Joe Raedle/Getty Images (Joe Raedle/Getty Images)
Opinion writer

When presidents run for reelection, they often face an agenda problem. When you’re the challenger, things are easier: You can attack the status quo and promise a glittering future that benefits from being imaginary. But once you’ve been in office for a term, suffering the inevitable defeats and compromises that even the most successful presidents have to endure at least in some measure, you can’t be so aspirational.

You can say “stay the course” if everything’s going great, but if the picture is mixed or bad, that’s harder to do. And new proposals may be greeted with “If that’s such a great idea, how come you didn’t do it already?”

Which is why most presidents up for reelection run largely negative campaigns, saying, “I may not be perfect, but that guy would be a complete disaster.” It turns out to be an extremely effective strategy; in the past 100 years, the only presidents to lose their reelection bids were Herbert Hoover, Gerald Ford (who wasn’t elected in the first place), Jimmy Carter and George H.W. Bush.

Nevertheless, the incumbent still has to offer up a program of things he plans to do if he’s granted a second term. So when President Trump is on the campaign trail talking about his second term, what is he going to say?

I'm reminded of the 1996 episode of "The Simpsons" in which the retired Bush writes in his memoirs, "And since I'd achieved all my goals as president in one term, there was no need for a second. The end." Which will probably be how Trump tells the story if he should lose, but before then he has to lay out some kind of an agenda. Right now, he's caught between things he said he'd do but can't, and the things he's already done that he can't promise to do again.

For instance, where would Trump like to go on the economy? He already cut taxes for the wealthy and corporations, which turned out to be much less popular than Republicans hoped. Is he going to suggest more tax cuts? I’m sure Democrats would be only too happy to have him do so. He has turned over large swaths of the government to the corporations and special interests that are supposed to be regulated, so that’s done. The one area that interests him and where he could go further is trade, but after promising to get America’s manufacturing jobs back from overseas and starting a trade war with China, it’s unclear what new trade initiatives would be smashingly popular with the electorate.

How about health care, the key domestic policy issue that cost the GOP so much in 2018? Like most Republicans, Trump has no ideas about how to improve it, and if he promises again to try to repeal the Affordable Care Act, that too would be a gift to Democrats.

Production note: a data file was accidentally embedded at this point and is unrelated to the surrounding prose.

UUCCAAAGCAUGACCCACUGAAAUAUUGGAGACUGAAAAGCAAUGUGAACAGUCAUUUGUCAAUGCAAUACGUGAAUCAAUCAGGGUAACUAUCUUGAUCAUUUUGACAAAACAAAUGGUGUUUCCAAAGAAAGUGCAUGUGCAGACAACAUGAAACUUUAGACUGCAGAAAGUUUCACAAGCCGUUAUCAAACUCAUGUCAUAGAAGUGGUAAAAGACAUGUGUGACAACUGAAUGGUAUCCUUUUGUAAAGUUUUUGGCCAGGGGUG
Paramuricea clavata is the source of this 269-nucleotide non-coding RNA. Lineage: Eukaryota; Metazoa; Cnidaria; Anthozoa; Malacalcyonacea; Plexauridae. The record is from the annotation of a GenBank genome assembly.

Climate change? Trump still thinks it’s a hoax, and is preparing to establish a panel to study it, led by a climate denier who has campaigned to stop the vicious maligning of innocent carbon dioxide. (I’m not kidding.)

How about transportation? Education? Child care? Trump doesn’t have any particular ideas, and though someone might write a few words about them for him to deliver in a speech, he’ll probably get bored and skip over those sections to rant about the media. Some of his advisers appear to want to start a war with Iran, but Trump doesn’t seem to share their zeal.

“More conservative judges” will certainly be on his agenda, and that will be a strong appeal to Republicans. But he will no longer benefit from the greater salience the courts used to have for the right than for the left. Indeed, with the next year and a half likely to bring any number of controversial rulings from the conservative majority on the Supreme Court on issues such as abortion and voting rights, if anything, the courts are likely to be an issue that motivates his opponents more than his supporters.

There is one issue that Trump cares deeply about: immigration. But as I’ve noted before, he is in a difficult spot for 2020 when it comes to his border wall, since he now wants to argue both that we need a wall to stop the hordes of criminal aliens coming to kill us all and that he already built the wall and it’s fantastic.

Congress is no help. In the 20 months between now and Election Day, the voters may all but forget that legislating is something that happens in America and that the president might be able to accomplish. With Democrats now in control of the House, Trump’s legislative agenda is essentially dead (not that he had all that much of a legislative agenda to begin with). Congress will pass some bills here and there on things the parties can agree on, such as the bill to address the opioid crisis Trump signed in October. But they won’t get that much attention or enable him to say that he has a slate of initiatives ready to go, especially since Democrats are likely to keep the House in 2020 (and have an outside chance of taking the Senate, too).

What does that leave Trump with? A purely negative campaign. Which, let’s be honest, he’d almost certainly run even if he had a long list of things he wanted to do. That’s not just his personal inclination, but also what he believes motivates his voters and leads to success. And it won’t just be negative; it’s likely to be the most vicious, underhanded, dishonest campaign any one of us has seen in our lifetimes.